On this date a mere 87 years ago, the 19th Amendment to the U.S. Constitution was finally ratified by Congress giving women the right to vote. The amendment was named after Susan B. Anthony (pictured at left, looking over the shoulder of Elizabeth Cady Stanton), who was one of its earliest proponents. Its passage culminated a struggle for women's suffrage begun over 50 years earlier by Anthony, among many others.
It's a bit mind-boggling to consider that it took 131 years from the birth of our constitution for half the population to gain their due right as citizens. Of course this was just the first victory in a long struggle to gain equal rights for women, and even now there are vestiges of the old social prejudices preventing a true leveling of the proverbial playing field.
Women are certainly not the only social grouping to have faced road blocks to full participation in our civic give and take. African Americans gained their legal right to vote with the 15th Amendment 50 years earlier, but didn't win actual and unaccosted access to the levers of lawful citizenship until the passing of the 24th Amendment and the Civil Rights Act, both in 1964.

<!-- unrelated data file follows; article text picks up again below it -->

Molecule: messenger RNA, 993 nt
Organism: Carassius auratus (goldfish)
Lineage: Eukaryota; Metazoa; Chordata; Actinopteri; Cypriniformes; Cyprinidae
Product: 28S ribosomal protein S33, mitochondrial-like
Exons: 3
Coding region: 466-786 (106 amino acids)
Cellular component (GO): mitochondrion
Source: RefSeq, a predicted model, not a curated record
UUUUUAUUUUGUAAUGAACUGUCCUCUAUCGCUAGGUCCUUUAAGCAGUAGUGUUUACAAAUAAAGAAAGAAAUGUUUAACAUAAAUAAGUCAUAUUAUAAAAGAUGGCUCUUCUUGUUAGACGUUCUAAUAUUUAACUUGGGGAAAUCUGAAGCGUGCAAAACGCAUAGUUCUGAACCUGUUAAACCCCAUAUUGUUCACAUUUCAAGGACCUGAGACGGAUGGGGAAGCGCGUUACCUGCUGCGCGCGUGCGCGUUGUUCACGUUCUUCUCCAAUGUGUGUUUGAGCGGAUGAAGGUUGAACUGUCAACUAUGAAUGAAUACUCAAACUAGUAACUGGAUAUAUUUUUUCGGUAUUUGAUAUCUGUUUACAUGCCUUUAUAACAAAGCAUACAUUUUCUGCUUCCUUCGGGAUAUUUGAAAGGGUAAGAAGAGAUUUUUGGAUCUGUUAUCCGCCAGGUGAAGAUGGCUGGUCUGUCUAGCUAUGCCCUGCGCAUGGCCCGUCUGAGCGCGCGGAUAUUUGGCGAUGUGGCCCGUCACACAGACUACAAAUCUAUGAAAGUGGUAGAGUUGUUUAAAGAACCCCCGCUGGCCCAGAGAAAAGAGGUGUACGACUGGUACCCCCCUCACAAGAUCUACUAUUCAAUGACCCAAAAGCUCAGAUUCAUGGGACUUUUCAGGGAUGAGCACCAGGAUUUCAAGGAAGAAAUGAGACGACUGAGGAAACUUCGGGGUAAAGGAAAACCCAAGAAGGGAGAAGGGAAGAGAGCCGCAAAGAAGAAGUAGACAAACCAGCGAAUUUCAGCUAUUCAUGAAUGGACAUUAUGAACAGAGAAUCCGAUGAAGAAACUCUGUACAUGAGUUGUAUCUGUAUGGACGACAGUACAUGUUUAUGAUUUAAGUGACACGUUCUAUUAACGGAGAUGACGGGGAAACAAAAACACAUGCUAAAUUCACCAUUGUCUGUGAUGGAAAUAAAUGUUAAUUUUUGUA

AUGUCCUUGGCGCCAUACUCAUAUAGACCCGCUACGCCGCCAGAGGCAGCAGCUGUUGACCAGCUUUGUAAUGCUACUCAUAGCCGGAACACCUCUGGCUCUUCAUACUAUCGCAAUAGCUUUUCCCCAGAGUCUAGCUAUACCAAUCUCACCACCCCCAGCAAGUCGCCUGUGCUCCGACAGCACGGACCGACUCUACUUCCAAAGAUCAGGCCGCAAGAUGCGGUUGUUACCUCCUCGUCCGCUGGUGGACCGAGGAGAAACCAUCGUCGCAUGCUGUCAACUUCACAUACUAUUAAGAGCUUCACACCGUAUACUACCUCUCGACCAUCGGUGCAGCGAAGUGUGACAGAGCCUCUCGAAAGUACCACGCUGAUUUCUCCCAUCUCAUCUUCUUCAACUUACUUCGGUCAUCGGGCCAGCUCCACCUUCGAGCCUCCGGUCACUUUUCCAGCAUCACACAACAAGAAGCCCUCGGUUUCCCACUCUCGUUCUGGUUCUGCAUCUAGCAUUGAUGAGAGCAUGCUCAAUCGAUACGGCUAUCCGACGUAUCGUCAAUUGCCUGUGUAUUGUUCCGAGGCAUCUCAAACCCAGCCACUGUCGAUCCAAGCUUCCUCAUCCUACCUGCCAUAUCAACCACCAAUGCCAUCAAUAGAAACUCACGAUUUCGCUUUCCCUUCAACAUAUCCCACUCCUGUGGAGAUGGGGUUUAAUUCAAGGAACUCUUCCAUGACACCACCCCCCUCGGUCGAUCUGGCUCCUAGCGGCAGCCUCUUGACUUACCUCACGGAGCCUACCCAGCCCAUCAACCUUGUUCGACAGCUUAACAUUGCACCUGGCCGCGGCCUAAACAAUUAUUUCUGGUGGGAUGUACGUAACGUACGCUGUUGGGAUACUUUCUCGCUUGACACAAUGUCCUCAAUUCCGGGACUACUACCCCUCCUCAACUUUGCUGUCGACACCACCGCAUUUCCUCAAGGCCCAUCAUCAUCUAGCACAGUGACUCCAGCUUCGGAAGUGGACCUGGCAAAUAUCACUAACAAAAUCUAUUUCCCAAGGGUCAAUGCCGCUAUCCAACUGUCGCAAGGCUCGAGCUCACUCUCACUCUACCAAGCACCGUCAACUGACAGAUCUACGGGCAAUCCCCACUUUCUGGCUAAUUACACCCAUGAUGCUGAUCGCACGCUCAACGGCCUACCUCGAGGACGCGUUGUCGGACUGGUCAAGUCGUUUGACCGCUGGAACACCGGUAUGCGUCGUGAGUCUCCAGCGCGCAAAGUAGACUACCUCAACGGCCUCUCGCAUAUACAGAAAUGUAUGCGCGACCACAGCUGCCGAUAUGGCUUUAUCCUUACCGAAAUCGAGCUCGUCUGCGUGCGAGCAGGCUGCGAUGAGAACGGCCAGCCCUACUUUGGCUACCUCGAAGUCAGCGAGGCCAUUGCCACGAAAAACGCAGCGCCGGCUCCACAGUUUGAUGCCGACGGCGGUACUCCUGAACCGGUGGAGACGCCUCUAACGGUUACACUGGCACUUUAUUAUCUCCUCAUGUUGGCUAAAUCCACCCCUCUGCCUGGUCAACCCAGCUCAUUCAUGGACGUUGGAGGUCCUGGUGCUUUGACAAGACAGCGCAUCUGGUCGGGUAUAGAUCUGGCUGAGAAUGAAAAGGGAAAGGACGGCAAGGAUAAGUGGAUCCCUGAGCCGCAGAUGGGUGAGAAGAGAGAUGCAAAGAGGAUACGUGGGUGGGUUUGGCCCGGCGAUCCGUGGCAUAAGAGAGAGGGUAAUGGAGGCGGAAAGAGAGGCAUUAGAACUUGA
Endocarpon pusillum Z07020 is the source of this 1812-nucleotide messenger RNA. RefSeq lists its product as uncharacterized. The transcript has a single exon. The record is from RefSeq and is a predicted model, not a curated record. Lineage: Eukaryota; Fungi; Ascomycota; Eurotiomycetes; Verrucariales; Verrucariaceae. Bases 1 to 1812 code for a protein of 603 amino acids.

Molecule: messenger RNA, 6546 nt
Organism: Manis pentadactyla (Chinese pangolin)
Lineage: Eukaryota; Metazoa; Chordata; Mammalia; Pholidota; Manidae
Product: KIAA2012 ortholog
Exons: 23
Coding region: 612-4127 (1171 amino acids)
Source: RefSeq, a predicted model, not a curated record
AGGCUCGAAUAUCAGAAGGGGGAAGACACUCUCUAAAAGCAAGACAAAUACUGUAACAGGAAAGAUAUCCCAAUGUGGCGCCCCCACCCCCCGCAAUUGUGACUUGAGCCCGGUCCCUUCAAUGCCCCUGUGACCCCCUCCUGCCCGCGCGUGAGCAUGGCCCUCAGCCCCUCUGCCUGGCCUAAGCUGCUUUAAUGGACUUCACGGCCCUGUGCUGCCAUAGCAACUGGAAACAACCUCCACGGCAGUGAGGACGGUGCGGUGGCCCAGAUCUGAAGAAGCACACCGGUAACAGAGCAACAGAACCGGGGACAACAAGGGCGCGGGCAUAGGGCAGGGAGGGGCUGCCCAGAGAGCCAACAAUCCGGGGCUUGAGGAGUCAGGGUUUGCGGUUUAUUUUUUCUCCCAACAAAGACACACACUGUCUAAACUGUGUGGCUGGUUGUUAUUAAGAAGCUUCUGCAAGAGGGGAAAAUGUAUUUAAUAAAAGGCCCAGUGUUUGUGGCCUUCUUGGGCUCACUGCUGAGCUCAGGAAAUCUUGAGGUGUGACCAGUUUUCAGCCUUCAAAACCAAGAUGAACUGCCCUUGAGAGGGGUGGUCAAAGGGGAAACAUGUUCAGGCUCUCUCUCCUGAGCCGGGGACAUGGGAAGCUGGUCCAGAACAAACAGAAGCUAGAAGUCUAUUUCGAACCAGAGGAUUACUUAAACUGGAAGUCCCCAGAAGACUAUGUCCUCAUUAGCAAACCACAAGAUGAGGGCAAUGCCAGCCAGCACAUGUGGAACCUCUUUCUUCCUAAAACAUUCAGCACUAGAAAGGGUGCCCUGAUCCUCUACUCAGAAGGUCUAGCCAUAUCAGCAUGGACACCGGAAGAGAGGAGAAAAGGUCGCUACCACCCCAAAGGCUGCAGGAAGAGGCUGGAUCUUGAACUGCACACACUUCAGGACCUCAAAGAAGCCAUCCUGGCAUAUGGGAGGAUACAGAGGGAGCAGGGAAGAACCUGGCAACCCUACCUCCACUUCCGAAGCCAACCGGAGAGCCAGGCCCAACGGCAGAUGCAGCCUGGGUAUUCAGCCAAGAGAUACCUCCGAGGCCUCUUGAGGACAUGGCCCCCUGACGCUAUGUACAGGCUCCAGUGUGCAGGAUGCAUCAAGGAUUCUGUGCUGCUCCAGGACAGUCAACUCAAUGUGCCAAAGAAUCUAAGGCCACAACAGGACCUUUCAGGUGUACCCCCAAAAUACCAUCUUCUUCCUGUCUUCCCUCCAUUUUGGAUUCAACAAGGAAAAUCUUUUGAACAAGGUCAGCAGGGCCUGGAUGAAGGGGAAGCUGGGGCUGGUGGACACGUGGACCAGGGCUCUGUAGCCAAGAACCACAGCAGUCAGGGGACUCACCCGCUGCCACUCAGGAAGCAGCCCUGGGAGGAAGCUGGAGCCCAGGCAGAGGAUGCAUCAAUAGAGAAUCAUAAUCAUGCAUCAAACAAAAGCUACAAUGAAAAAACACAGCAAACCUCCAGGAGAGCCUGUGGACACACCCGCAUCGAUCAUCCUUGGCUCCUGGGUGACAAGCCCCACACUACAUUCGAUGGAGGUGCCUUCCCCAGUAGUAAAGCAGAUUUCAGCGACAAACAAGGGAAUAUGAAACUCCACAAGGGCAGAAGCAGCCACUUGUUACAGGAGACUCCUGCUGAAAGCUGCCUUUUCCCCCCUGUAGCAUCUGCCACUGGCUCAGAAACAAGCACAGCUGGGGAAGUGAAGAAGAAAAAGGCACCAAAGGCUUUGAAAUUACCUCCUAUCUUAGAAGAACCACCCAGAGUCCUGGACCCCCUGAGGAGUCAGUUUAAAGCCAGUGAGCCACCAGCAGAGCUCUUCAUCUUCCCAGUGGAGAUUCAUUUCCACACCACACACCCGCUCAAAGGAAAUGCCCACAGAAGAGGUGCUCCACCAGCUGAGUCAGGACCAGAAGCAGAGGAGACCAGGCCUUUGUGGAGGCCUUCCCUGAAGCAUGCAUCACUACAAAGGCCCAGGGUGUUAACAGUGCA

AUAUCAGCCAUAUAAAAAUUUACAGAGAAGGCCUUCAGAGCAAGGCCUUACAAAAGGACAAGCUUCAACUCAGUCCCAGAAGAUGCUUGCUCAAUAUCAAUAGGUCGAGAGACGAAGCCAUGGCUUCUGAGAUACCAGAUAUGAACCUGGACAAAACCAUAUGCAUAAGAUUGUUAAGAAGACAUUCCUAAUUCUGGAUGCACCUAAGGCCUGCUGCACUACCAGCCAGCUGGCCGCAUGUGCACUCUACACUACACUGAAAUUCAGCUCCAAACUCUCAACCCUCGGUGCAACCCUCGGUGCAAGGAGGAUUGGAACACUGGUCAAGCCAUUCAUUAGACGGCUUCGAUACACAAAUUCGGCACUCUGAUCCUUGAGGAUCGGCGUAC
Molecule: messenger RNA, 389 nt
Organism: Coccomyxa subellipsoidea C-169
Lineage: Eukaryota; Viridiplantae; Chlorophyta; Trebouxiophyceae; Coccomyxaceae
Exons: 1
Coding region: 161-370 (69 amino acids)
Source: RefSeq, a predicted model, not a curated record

Amazingly, it's only now in the early 21st century that we have our first legitimate female and black presidential candidates. My personal politics are closer to Barack Obama's, but for either he or Hillary Clinton to win the Democratic nomination and national office would mark an historical watershed. It's hard not to harbor hope of a broader change flowing from such success.
That doesn't mean the struggle for social equity will have finally been won, however. Today's anniversary should provoke us to ponder the current groups society excludes from full participation in our democracy. It doesn't take a great leap of the imagination to conjure a couple of demographics who have been scapegoated into second-class citizenship the past few years, whether by sexual orientation or circumstance of place of birth.
What does require creativity of thought is the understanding of just how these limitations on full citizenship hurt our social organism. As with any biological entity, our community is at its best when we make use of the diverse talents and abilities of the entirety of the sum of our parts. To not only discourage but refuse those contributions is beyond foolish; it's self-defeating.